Foundations of British Literature


In this course we will study in detail three central figures in the early formation of British literature, exploring both their individual contributions to literary history in English and the inter-textual relationships between them. Spenser viewed Chaucer as the “well of English undefyled,” while Milton praised the “sage and serious poet” Spenser as a better teacher than the most revered moral philosophers. Some of our central questions will include the following: How does English emerge as a newly self-conscious “literary” language in these authors?  How do their texts respond to other canonical models (Dante and Boccaccio in Chaucer’s case, for example, and the Bible in Milton’s)? How do these works reflect or respond to political/cultural events? How do these authors explore the vexed issues of gender and sexuality in their works?  How does Milton, for example, transform both Biblical and Spenserian material to create his enormously influential characterization of Eve? Our emphasis in this class will be on close textual and contextual analysis, focusing on careful readings of the texts and supplementing these with relevant historical and critical materials. I will supply pdf copies of primary and secondary sources not available in your own editions that I think you will find helpful as we read these works.


  1. I was drawn towards the end of Book 4. Satan takes the form of a toad while he is in heaven. During Medieval times toads were thought to be related to evil. The ztoad’s blood was thought to carry poison. This cultural association of toads is defiantly reflected through Milton’s decision to make Satan disguise himself into a toad. While hidden under a false form, Satan extracts sinful information into Eve. The transfer of poison as sin can be compared. What other possible reasons does Satan take on the form of a toad? If toads really were considered evil wouldn’t seem strange to have a toad in heaven?

    It is not until an angle taps Satan does his true form become reveled. It is there the angles demand Satan revel his identity because they are unable to identify him. Satan responds, “Know ye not then said SATAN, filld with scorn,
    Know ye not me? ye knew me once no mate For you, there sitting where ye durst not soare; Not to know mee argues your selves unknown, The lowest of your throng”(827-830). Satan is personally offended that the angles are unable to recognize him. Milton uses this scene to highlight the engulfing affect of pride on one’s identity. Rather than concern for his own wellbeing or fear of punishment, Satan is more concerned with his pride. I found it important to note that Satan’s pride causes him to blame others, such as reasoning that the angles are of such a low rank for the reason they are unable to recognize him. Satan seems to be more childish in this scene. Is there any possible chance Satan is related to immaturity?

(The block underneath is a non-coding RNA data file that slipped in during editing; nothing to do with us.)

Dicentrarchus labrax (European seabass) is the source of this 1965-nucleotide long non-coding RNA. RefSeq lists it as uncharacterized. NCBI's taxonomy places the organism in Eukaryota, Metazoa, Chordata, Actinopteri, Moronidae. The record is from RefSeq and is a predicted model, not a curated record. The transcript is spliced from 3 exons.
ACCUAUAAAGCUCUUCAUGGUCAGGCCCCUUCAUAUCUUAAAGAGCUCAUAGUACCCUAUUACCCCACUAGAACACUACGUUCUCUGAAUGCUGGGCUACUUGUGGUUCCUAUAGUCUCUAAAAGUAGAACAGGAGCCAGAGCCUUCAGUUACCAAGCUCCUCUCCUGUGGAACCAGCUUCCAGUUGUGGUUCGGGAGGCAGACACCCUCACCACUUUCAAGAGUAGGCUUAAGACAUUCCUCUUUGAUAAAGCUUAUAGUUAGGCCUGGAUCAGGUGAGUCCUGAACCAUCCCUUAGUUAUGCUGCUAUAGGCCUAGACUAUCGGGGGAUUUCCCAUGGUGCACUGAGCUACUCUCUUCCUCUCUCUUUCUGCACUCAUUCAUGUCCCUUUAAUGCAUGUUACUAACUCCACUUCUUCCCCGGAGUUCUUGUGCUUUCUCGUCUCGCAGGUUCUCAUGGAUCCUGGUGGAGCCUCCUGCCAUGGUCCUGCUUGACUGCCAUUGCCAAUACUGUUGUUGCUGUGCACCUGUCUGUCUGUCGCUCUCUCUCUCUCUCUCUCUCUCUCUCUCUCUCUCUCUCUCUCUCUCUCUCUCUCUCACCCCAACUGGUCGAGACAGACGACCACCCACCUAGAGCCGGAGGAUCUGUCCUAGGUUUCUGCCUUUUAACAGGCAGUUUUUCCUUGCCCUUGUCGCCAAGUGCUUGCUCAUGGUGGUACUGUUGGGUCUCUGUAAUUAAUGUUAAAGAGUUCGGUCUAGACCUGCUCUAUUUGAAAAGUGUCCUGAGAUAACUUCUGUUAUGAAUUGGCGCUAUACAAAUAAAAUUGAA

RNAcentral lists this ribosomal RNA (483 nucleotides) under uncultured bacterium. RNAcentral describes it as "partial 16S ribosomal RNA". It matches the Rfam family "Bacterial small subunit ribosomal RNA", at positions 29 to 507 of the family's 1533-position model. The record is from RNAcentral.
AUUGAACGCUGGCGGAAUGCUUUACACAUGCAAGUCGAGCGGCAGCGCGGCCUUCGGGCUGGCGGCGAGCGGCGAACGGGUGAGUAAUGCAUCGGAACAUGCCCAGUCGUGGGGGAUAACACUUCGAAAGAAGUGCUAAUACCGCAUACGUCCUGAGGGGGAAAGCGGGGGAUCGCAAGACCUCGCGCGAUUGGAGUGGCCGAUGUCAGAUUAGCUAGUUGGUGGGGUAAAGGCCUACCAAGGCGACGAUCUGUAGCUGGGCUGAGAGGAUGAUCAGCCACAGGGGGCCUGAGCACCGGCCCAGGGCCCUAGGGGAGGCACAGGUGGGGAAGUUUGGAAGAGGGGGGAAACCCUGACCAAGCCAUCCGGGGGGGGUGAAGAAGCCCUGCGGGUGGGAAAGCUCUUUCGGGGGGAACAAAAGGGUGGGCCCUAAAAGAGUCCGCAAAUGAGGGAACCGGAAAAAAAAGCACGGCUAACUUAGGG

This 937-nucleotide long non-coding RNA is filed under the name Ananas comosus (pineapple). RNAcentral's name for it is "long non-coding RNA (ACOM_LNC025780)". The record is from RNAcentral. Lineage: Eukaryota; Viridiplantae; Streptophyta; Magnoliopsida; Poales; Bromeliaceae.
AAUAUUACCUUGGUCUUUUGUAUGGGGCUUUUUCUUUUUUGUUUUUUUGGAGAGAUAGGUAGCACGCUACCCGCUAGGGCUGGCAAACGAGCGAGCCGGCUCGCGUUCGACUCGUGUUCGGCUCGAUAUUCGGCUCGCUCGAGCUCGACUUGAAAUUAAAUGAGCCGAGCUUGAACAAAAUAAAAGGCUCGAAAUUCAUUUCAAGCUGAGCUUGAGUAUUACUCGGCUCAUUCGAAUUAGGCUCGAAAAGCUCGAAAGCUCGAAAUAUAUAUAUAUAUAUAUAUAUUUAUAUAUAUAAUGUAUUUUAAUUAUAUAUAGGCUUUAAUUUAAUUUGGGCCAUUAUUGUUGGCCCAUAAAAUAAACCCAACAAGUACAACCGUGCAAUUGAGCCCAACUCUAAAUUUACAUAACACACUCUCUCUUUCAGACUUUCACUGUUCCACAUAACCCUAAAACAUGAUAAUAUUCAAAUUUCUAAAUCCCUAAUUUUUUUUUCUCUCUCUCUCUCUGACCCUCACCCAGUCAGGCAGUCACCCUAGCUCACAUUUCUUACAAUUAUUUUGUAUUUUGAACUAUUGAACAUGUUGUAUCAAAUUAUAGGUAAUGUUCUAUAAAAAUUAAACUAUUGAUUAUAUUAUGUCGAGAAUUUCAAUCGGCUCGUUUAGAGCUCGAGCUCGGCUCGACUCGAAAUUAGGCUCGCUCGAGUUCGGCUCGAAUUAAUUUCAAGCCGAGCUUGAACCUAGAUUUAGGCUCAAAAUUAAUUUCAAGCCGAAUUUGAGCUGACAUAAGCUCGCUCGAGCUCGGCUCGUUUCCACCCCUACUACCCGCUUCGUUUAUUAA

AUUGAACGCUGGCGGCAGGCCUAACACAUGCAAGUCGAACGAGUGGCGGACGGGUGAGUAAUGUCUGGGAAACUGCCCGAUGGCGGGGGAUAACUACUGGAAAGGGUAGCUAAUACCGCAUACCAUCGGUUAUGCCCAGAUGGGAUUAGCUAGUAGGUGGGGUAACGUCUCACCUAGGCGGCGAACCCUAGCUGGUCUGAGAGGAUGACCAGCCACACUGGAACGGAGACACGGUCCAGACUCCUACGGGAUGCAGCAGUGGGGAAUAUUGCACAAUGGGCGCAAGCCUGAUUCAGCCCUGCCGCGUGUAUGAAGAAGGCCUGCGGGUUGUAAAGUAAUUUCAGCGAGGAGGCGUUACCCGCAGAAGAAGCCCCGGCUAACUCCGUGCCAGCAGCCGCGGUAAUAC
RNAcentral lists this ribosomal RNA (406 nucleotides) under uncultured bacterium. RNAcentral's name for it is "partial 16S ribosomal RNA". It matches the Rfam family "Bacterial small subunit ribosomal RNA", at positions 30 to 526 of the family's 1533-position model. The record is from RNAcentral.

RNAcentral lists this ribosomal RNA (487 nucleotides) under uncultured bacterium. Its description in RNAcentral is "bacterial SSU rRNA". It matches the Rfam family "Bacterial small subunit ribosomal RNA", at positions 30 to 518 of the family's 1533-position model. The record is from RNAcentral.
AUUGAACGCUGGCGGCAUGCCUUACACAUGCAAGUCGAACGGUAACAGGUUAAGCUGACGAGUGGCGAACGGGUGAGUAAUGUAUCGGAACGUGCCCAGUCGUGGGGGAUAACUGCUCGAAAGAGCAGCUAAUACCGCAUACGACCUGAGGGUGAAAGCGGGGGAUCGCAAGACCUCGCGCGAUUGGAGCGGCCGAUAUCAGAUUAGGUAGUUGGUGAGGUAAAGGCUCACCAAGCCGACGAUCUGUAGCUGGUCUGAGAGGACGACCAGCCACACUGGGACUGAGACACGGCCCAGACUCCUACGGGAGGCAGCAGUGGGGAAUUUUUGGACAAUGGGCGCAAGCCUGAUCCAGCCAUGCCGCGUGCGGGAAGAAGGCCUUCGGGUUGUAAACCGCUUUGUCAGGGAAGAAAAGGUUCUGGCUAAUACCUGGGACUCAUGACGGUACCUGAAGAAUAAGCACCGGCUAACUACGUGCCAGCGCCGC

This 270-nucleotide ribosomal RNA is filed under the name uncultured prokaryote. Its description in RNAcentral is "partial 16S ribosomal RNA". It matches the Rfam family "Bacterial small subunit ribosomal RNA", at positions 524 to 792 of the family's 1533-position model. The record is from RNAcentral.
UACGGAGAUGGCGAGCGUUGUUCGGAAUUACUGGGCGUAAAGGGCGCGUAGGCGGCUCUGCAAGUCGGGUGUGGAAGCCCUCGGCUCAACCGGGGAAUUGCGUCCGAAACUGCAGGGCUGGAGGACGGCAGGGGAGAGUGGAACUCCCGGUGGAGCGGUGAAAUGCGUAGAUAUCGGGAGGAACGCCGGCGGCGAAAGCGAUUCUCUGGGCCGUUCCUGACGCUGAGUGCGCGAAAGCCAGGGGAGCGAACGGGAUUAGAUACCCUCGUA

2. In this reading, I was most struck by the characterization of Una. She is supposed to symbolize Truth and the church (the protestant church), and yet she a very feeble character. It’s true that women at that time were ideally weak, but that just makes it more interesting that Spenser chose to make truth and religion feminine. Una cannot do anything for herself, and her only power is in inspiring men to help her. But still, since she only has reign over the goodness in men, she is completely powerless in the face of evil. Also, she cannot protect Redcrosse, all she can do is find another knight to slay the giant. Spenser underlines how all power and protection come from God, and the only thing truth and religion can do is guide the actions of men, if they allow themselves to be guided. This reflects Spenser’s anti-catholic stance, as the Catholic church was powerful in itself, and would certainly display more agency than Una.

  3. The comparison between King Arthur and Redcrosse, as the two protagonist nights in this work, strikes me. We know that Redcrosse is again and again distracted from his goal and succumbs to error, and only when King Arthur comes along is Redcrosse able to escape captivity. If we recall Canto 1 and the knight’s initial description, we remember that Redcrosse looked the part of the knight but there were signals that he wasn’t yet prepared to carry out his duty. Redcrosse is aware of his own importance to tale. On the contrary, King Arthur (who is not yet a king), doesn’t know much about his lineage. His tutor tells him that he is destined to be king, but beyond that Arthur knows nothing about his background. In a sense, this speaks to the idea that knowledge can actually lead to bad decisions and immoral behavior, which seems counter intuitive, but to put it simply, ignorance is bliss. Like a child, Arthur is driven by an innate sense of right and wrong. For Redcrosse, things go bad when he thinks too much about what is right and what is wrong.

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